By Jove! I think, at last, you may have cracked it gentlemen. Good work!
Those two machines appear to bridge the gap. The Allwin Supreme provides the maker's name and although, at first, it doesn't look much like the other mystery machines, it has six visible distinctive features in common with the Allwin: the unusual shaped gallery back plate, the diagonal-slot coin entry plate, the long hinges, the diamond shaped coin cup surround, the payout knob and collar, and you turn the handle clockwise for a win.
The Allwin, with its arched door frame, is more obviously from the mystery stable and has most of the typical, features.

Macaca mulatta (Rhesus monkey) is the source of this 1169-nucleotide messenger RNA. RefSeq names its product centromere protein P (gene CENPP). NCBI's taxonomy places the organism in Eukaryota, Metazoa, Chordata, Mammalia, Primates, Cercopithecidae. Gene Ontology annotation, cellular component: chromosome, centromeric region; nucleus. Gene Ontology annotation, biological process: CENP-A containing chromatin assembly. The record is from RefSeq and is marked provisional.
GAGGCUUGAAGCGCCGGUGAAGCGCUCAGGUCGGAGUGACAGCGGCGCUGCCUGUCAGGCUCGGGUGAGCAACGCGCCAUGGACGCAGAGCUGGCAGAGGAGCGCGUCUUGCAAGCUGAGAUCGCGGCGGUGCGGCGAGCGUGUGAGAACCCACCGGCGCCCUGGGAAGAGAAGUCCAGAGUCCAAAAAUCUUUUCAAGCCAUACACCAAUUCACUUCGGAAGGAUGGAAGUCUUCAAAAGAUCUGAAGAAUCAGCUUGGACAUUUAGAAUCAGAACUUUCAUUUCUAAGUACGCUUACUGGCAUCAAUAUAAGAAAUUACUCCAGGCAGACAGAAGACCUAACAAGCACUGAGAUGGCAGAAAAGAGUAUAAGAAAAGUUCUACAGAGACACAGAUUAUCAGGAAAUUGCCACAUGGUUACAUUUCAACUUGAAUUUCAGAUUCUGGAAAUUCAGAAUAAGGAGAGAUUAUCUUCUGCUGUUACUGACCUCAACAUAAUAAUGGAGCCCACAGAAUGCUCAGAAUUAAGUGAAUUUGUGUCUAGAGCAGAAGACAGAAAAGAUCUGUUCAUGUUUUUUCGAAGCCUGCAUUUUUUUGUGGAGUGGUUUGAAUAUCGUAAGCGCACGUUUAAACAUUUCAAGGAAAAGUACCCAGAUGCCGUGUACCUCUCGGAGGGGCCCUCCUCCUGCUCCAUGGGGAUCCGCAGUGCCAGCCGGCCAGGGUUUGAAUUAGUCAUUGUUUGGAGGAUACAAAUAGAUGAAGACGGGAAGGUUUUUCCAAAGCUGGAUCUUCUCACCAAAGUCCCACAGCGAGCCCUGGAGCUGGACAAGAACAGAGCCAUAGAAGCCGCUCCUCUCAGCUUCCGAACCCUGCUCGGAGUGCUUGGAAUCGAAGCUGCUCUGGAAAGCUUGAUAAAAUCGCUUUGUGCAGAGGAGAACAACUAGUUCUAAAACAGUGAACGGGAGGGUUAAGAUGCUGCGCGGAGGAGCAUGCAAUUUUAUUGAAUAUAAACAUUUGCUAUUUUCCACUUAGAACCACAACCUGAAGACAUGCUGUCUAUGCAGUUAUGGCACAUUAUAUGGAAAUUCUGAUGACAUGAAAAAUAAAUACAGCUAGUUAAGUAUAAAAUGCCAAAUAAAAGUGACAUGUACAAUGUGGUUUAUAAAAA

I would imagine these are both early examples of the type, the Supreme being the earlier.
Another notable thing about these machines is that the cases tend to be of beech or some other softwood or, in later examples, plywood. The Supreme doesn't look like oak.
As such, Morris Shefras allwins were the nearest match. They're unusual in the use of softwood cases (and later, ply) and they have the clockwise payout. It didn't make sense, though, that Morris would be making two similar but distinct sets of allwins, one with his name on, the other without. But it does make sense that the two Shefras brothers with their separate companies produced a set each.
Of course, it's possible that Philip just distributed the Supreme, but until someone can persuade me otherwise, I'm referring to our mystery machines as Philip Shefras allwins.